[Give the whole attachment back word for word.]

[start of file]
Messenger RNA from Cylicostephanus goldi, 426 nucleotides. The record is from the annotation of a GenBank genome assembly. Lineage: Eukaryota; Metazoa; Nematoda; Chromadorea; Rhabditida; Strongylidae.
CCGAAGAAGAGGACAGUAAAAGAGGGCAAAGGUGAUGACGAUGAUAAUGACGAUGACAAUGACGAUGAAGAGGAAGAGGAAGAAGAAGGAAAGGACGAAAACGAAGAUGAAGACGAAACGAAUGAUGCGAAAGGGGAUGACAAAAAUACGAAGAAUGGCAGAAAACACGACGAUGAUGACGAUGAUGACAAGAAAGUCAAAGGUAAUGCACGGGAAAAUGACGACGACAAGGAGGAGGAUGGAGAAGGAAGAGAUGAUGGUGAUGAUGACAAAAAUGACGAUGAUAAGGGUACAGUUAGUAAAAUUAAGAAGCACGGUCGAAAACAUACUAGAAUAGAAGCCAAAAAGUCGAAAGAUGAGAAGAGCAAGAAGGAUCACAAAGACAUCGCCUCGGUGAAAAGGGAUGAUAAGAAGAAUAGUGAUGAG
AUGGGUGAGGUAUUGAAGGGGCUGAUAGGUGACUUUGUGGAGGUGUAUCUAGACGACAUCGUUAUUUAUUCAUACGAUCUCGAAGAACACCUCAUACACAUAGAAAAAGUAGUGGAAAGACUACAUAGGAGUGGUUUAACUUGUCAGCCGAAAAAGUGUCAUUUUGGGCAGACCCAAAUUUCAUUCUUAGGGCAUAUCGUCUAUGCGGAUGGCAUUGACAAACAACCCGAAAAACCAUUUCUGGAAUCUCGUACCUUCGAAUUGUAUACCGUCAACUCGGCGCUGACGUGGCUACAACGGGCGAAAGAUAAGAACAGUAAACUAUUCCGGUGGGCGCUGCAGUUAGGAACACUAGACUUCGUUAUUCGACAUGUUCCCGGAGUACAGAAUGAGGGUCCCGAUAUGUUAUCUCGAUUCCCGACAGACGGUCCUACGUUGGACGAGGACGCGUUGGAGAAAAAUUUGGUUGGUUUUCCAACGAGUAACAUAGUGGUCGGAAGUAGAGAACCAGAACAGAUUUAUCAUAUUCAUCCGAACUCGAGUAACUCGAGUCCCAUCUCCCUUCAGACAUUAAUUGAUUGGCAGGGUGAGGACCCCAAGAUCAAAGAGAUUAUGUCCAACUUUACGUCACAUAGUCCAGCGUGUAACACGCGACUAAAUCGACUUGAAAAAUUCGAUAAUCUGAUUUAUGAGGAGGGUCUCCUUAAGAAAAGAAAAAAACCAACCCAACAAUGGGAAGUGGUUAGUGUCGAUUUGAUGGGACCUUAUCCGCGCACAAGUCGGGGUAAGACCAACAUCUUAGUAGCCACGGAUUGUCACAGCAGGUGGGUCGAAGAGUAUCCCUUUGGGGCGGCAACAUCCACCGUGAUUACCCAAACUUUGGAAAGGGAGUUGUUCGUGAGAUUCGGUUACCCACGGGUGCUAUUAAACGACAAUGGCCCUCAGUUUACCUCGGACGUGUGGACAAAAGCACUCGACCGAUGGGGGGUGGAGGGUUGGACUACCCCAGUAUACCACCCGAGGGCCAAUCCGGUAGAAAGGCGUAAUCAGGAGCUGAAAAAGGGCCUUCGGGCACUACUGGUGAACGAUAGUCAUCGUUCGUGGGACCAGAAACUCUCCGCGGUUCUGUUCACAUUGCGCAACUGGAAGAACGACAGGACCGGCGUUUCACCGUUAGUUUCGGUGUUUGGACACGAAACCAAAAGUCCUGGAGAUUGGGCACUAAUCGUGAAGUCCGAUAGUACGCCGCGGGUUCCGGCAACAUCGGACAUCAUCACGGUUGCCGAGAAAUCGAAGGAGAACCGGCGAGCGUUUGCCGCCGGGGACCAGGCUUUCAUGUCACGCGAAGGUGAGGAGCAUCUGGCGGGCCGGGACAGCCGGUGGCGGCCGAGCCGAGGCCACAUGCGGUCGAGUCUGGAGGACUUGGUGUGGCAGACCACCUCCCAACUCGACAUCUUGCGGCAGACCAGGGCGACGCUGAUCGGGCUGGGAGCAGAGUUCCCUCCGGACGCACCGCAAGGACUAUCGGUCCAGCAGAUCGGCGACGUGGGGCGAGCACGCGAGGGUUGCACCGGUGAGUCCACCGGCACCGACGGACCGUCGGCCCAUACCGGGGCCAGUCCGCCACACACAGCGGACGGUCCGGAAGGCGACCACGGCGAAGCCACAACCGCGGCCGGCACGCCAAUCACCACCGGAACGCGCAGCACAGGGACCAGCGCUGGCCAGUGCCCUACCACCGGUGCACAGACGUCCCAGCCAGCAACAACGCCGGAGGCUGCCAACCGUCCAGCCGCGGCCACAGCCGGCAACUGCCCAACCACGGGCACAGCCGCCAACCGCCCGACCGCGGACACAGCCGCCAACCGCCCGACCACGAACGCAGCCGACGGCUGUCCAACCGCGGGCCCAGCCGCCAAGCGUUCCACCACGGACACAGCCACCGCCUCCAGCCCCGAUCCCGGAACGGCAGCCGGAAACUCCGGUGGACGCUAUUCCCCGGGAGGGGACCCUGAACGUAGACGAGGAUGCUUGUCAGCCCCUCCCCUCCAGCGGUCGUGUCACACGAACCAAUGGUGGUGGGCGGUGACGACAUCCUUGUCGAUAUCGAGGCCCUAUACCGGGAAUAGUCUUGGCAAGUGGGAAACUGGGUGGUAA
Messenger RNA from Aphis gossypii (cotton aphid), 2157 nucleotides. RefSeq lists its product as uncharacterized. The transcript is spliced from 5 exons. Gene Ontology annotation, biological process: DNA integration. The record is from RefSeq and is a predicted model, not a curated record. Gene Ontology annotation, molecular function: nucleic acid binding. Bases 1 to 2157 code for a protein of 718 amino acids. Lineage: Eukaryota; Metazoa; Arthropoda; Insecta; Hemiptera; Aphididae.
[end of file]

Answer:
Messenger RNA from Cylicostephanus goldi, 426 nucleotides. The record is from the annotation of a GenBank genome assembly. Lineage: Eukaryota; Metazoa; Nematoda; Chromadorea; Rhabditida; Strongylidae.
CCGAAGAAGAGGACAGUAAAAGAGGGCAAAGGUGAUGACGAUGAUAAUGACGAUGACAAUGACGAUGAAGAGGAAGAGGAAGAAGAAGGAAAGGACGAAAACGAAGAUGAAGACGAAACGAAUGAUGCGAAAGGGGAUGACAAAAAUACGAAGAAUGGCAGAAAACACGACGAUGAUGACGAUGAUGACAAGAAAGUCAAAGGUAAUGCACGGGAAAAUGACGACGACAAGGAGGAGGAUGGAGAAGGAAGAGAUGAUGGUGAUGAUGACAAAAAUGACGAUGAUAAGGGUACAGUUAGUAAAAUUAAGAAGCACGGUCGAAAACAUACUAGAAUAGAAGCCAAAAAGUCGAAAGAUGAGAAGAGCAAGAAGGAUCACAAAGACAUCGCCUCGGUGAAAAGGGAUGAUAAGAAGAAUAGUGAUGAG
AUGGGUGAGGUAUUGAAGGGGCUGAUAGGUGACUUUGUGGAGGUGUAUCUAGACGACAUCGUUAUUUAUUCAUACGAUCUCGAAGAACACCUCAUACACAUAGAAAAAGUAGUGGAAAGACUACAUAGGAGUGGUUUAACUUGUCAGCCGAAAAAGUGUCAUUUUGGGCAGACCCAAAUUUCAUUCUUAGGGCAUAUCGUCUAUGCGGAUGGCAUUGACAAACAACCCGAAAAACCAUUUCUGGAAUCUCGUACCUUCGAAUUGUAUACCGUCAACUCGGCGCUGACGUGGCUACAACGGGCGAAAGAUAAGAACAGUAAACUAUUCCGGUGGGCGCUGCAGUUAGGAACACUAGACUUCGUUAUUCGACAUGUUCCCGGAGUACAGAAUGAGGGUCCCGAUAUGUUAUCUCGAUUCCCGACAGACGGUCCUACGUUGGACGAGGACGCGUUGGAGAAAAAUUUGGUUGGUUUUCCAACGAGUAACAUAGUGGUCGGAAGUAGAGAACCAGAACAGAUUUAUCAUAUUCAUCCGAACUCGAGUAACUCGAGUCCCAUCUCCCUUCAGACAUUAAUUGAUUGGCAGGGUGAGGACCCCAAGAUCAAAGAGAUUAUGUCCAACUUUACGUCACAUAGUCCAGCGUGUAACACGCGACUAAAUCGACUUGAAAAAUUCGAUAAUCUGAUUUAUGAGGAGGGUCUCCUUAAGAAAAGAAAAAAACCAACCCAACAAUGGGAAGUGGUUAGUGUCGAUUUGAUGGGACCUUAUCCGCGCACAAGUCGGGGUAAGACCAACAUCUUAGUAGCCACGGAUUGUCACAGCAGGUGGGUCGAAGAGUAUCCCUUUGGGGCGGCAACAUCCACCGUGAUUACCCAAACUUUGGAAAGGGAGUUGUUCGUGAGAUUCGGUUACCCACGGGUGCUAUUAAACGACAAUGGCCCUCAGUUUACCUCGGACGUGUGGACAAAAGCACUCGACCGAUGGGGGGUGGAGGGUUGGACUACCCCAGUAUACCACCCGAGGGCCAAUCCGGUAGAAAGGCGUAAUCAGGAGCUGAAAAAGGGCCUUCGGGCACUACUGGUGAACGAUAGUCAUCGUUCGUGGGACCAGAAACUCUCCGCGGUUCUGUUCACAUUGCGCAACUGGAAGAACGACAGGACCGGCGUUUCACCGUUAGUUUCGGUGUUUGGACACGAAACCAAAAGUCCUGGAGAUUGGGCACUAAUCGUGAAGUCCGAUAGUACGCCGCGGGUUCCGGCAACAUCGGACAUCAUCACGGUUGCCGAGAAAUCGAAGGAGAACCGGCGAGCGUUUGCCGCCGGGGACCAGGCUUUCAUGUCACGCGAAGGUGAGGAGCAUCUGGCGGGCCGGGACAGCCGGUGGCGGCCGAGCCGAGGCCACAUGCGGUCGAGUCUGGAGGACUUGGUGUGGCAGACCACCUCCCAACUCGACAUCUUGCGGCAGACCAGGGCGACGCUGAUCGGGCUGGGAGCAGAGUUCCCUCCGGACGCACCGCAAGGACUAUCGGUCCAGCAGAUCGGCGACGUGGGGCGAGCACGCGAGGGUUGCACCGGUGAGUCCACCGGCACCGACGGACCGUCGGCCCAUACCGGGGCCAGUCCGCCACACACAGCGGACGGUCCGGAAGGCGACCACGGCGAAGCCACAACCGCGGCCGGCACGCCAAUCACCACCGGAACGCGCAGCACAGGGACCAGCGCUGGCCAGUGCCCUACCACCGGUGCACAGACGUCCCAGCCAGCAACAACGCCGGAGGCUGCCAACCGUCCAGCCGCGGCCACAGCCGGCAACUGCCCAACCACGGGCACAGCCGCCAACCGCCCGACCGCGGACACAGCCGCCAACCGCCCGACCACGAACGCAGCCGACGGCUGUCCAACCGCGGGCCCAGCCGCCAAGCGUUCCACCACGGACACAGCCACCGCCUCCAGCCCCGAUCCCGGAACGGCAGCCGGAAACUCCGGUGGACGCUAUUCCCCGGGAGGGGACCCUGAACGUAGACGAGGAUGCUUGUCAGCCCCUCCCCUCCAGCGGUCGUGUCACACGAACCAAUGGUGGUGGGCGGUGACGACAUCCUUGUCGAUAUCGAGGCCCUAUACCGGGAAUAGUCUUGGCAAGUGGGAAACUGGGUGGUAA
Messenger RNA from Aphis gossypii (cotton aphid), 2157 nucleotides. RefSeq lists its product as uncharacterized. The transcript is spliced from 5 exons. Gene Ontology annotation, biological process: DNA integration. The record is from RefSeq and is a predicted model, not a curated record. Gene Ontology annotation, molecular function: nucleic acid binding. Bases 1 to 2157 code for a protein of 718 amino acids. Lineage: Eukaryota; Metazoa; Arthropoda; Insecta; Hemiptera; Aphididae.